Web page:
SFGH is one of UCSF’s primary teaching hospitals, where medical residents train under UCSF faculty and City staff. Today, more than 2,000 UCSF physicians and staff from all four UCSF professional schools work side-by-side at the hospital with 3,500 employees of the San Francisco Department of Public Health.
Most people in San Francisco equate us as a safety net hospital for the uninsured, but just as importantly, the trauma team acts as everybody’s safety net.
If you have a significant injury, you come here. Anybody on any day can be one of our patients.
“We are fully dedicated to the research, education and clinical care missions that define UCSF, which creates a tremendous sense of synergy and enables us to expand knowledge while we provide care,” said SFGH trauma surgeon Andre Campbell, MD, also a UCSF professor of surgery. “We are one group fortunate enough to have the support of two great institutions.”
The 140-year affiliation between SFGH and UCSF is mutually beneficial: It combines clinical and teaching activities to uniformly provide the highest quality of care to patients, while spending considerably less money than if the two entities functioned independently.
In addition to being an essential training site for UCSF physician residents, SFGH is a major research site for the University. The hospital receives about $150 million in research grants each year, which accounts for 25 percent of all National Institutes of Health grants awarded to the entire University.
“Because all of the physicians at SFGH are UCSF faculty, we have highly trained specialists who are here to take care of patients and do research,” said Sue Carlisle, MD, PhD, an anesthesiologist and vice dean of the UCSF School of Medicine at SFGH. “We are at the cutting edge of research on the care of trauma patients, from traumatic brain injury to violence prevention to the interface of mental illness and trauma, and this translates into better care locally and globally.”
Pulling the Best Resources Together
The SFGH trauma center offers a comprehensive range of resources available 24 hours a day.
In an emergency event such as the Asiana Airlines crash, all aspects of care must be increased and coordinated immediately, Carlisle said. This meant emergency medicine doctors, trauma surgeons, neurosurgeons, orthopedic surgeons, anesthesiologists, radiologists, pediatricians, critical care doctors, nurses, social workers, blood bank workers, administrators and many others all came together in an instant to ensure that every person received the highest-possible level of care.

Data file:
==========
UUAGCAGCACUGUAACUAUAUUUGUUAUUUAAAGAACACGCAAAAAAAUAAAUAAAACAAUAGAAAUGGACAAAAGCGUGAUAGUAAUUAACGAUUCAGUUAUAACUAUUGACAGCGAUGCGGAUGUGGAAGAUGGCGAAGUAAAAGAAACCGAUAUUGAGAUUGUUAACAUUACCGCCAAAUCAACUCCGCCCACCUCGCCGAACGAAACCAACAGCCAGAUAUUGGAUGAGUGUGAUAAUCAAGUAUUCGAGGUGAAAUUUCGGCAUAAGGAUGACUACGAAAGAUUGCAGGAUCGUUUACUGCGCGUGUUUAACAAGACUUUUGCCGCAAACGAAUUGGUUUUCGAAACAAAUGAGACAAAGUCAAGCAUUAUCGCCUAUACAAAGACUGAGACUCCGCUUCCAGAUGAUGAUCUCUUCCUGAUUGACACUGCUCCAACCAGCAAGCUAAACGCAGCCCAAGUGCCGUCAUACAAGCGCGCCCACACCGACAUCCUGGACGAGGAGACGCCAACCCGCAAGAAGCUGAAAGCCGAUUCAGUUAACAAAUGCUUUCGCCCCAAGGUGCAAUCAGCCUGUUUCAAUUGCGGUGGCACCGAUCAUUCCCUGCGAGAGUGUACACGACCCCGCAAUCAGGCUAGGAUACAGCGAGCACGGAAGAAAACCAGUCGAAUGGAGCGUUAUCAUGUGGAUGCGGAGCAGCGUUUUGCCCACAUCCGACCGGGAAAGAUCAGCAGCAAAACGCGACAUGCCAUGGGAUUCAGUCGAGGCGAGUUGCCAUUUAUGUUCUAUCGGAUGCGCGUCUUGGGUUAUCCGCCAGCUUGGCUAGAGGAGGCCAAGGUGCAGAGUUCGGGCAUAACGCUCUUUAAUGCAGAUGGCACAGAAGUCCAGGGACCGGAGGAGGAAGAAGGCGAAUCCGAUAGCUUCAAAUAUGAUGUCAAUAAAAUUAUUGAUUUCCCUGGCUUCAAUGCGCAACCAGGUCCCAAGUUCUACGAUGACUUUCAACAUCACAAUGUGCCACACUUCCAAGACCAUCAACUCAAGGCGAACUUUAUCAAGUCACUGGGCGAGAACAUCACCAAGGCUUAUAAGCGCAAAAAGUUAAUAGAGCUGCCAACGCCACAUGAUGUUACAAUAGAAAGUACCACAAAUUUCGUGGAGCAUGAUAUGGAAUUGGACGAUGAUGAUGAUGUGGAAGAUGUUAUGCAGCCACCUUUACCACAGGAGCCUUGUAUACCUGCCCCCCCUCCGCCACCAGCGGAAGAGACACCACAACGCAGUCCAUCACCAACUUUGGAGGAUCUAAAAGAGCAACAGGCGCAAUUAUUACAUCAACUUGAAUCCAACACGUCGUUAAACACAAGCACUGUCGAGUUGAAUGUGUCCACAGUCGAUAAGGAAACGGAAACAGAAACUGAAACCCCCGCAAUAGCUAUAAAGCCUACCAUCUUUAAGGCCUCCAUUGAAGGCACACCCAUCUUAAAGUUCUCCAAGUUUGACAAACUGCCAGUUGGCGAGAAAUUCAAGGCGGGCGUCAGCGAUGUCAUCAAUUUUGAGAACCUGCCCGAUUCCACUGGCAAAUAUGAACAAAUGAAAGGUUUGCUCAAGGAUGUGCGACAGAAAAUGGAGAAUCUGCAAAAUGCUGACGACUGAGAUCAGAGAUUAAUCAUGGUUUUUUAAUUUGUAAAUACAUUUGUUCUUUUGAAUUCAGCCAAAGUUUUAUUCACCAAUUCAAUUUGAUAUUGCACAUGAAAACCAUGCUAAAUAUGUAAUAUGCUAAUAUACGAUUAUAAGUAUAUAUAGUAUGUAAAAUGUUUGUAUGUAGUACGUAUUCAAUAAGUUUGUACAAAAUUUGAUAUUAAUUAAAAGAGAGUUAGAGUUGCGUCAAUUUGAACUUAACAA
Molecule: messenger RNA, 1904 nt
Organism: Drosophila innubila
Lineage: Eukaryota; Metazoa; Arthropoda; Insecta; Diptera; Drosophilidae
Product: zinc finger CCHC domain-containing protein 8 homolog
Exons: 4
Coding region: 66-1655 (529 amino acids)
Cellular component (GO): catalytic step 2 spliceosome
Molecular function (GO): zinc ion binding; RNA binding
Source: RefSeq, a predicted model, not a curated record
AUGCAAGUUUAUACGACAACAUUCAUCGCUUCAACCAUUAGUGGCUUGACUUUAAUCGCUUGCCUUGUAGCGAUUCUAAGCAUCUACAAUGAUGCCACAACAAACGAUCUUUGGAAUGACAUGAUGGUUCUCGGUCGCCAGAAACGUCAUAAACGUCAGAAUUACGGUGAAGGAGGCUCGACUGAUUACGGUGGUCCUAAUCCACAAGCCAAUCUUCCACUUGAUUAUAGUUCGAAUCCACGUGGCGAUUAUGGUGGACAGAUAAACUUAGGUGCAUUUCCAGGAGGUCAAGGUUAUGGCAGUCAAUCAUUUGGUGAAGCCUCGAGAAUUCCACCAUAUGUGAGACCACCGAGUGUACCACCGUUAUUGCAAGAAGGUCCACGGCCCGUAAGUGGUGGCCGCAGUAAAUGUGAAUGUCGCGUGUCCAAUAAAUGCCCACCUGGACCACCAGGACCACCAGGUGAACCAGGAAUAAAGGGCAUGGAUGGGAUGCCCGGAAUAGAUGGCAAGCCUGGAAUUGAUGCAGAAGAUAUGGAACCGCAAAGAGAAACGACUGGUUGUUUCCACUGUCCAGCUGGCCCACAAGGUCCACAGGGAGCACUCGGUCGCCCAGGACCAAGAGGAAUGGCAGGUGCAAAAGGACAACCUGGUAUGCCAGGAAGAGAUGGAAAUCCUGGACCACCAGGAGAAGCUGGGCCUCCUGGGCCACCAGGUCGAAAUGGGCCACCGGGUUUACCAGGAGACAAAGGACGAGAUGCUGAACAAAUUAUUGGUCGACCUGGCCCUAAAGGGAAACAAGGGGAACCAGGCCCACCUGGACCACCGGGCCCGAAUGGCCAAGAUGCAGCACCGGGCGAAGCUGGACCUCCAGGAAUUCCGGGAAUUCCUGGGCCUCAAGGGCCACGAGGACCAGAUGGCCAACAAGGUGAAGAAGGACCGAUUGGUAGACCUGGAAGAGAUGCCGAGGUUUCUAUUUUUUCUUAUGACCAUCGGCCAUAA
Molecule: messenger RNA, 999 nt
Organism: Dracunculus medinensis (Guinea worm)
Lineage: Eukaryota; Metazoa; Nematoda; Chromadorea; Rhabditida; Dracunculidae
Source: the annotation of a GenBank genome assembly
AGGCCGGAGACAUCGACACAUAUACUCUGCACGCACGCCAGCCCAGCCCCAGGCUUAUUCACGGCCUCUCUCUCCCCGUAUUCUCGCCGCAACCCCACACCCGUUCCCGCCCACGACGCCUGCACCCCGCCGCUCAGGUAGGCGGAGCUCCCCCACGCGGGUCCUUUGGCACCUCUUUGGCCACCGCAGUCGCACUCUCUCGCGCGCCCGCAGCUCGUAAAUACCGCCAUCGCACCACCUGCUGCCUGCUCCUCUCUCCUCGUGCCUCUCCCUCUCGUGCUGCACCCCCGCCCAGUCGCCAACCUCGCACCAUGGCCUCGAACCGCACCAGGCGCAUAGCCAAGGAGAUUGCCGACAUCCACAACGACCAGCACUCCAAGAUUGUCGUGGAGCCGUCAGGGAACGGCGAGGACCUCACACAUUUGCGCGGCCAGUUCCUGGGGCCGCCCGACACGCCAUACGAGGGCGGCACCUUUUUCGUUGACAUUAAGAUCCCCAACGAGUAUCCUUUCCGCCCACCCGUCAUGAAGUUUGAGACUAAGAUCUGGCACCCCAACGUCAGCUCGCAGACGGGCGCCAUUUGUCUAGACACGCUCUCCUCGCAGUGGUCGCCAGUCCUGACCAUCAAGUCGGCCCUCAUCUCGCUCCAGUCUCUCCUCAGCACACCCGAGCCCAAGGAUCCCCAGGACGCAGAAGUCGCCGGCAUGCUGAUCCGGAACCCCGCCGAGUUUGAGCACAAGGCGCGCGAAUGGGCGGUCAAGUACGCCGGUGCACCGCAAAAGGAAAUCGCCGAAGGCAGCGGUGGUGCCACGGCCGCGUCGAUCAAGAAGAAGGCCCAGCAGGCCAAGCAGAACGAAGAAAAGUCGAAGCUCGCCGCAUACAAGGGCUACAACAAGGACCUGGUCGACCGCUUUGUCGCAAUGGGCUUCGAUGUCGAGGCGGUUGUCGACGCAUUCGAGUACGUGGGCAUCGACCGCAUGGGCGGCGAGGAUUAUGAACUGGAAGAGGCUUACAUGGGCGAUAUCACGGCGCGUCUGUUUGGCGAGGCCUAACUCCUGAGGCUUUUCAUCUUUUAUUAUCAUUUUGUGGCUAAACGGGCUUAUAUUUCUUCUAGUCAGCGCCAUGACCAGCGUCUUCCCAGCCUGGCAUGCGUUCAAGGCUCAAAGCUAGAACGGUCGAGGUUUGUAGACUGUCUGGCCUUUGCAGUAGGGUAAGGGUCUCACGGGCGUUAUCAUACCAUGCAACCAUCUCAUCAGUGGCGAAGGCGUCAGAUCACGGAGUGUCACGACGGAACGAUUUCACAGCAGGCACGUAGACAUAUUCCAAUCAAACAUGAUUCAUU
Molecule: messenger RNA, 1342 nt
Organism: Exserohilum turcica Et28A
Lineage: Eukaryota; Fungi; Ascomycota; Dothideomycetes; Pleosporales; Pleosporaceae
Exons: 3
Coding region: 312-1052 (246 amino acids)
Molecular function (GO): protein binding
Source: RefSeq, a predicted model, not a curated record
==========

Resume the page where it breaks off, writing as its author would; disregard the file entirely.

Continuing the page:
From left, Sue Carlisle, Peggy Knudson and Chris Barton talk in the SFGH Emergency Department.
On the morning of July 6, M. Margaret Knudson, MD, chief of surgery at SFGH, worked with Campbell and others on site to begin assembling a team that would be ready to triage patients upon their arrival. Knudson used lessons she learned as a visiting surgeon treating injured soldiers at both Landstuhl Regional Medical Center in Germany and Balad Air Force Hospital in Iraq to quickly treat the most critically injured.
In the first eight hours, the radiology team had read more than 70 CT and MRI scans and well beyond the average number of X-rays.
“This was the biggest single disaster that this hospital has ever had to deal with, but it’s also where the trauma team gets to shine,” Campbell said. “The importance of a Level 1 Trauma Center comes to the forefront in emergencies such as this, because we are able to provide all the services a patient needs with a rapid, coordinated response. It truly is a team effort.”
SFGH is currently building a new nine-story hospital that will continue to improve the work of the trauma center team, providing health care providers with more capacity and cutting-edge technology.
When it opens in 2015, the Emergency Department at SFGH will increase from 28 to 60 beds, with the ability to further expand up to 120 beds in a mass injury incident such as an earthquake.
The new SFGH also will offer more operating rooms and become the hub of San Francisco’s health care emergency response, housing the Department of Public Health’s Departmental Emergency Operations Center, which coordinates all medical responses for the city.
A Critical Team Response
In this photo taken by neurosurgeon Geoff Manley, the trauma team gathers on the evening of July 6 to review each case handled in the aftermath of the Asiana Airlines crash.
By evening of that Saturday, after the last wave of patients for the day had been admitted and stabilized following the plane crash, Manley, Campbell, Barton, Knudson and the rest of the team gathered to review every case.
The assembled group – a diverse mix of experts representing the full spectrum of trauma subspecialties – huddled around a single computer screen in a dimly lit room, examining each record to ensure they hadn’t missed anything. Moved by the moment, Manley snapped a photo of the scene on his phone.
“At the end of the day, it’s all about the people you work with. We are all here because trauma medicine is what drives us, and we all feel a great deal of pride in what we do,” Manley said. “I don’t think I’ve ever been so proud to be a part of this hospital.”
Photos by Susan Merrell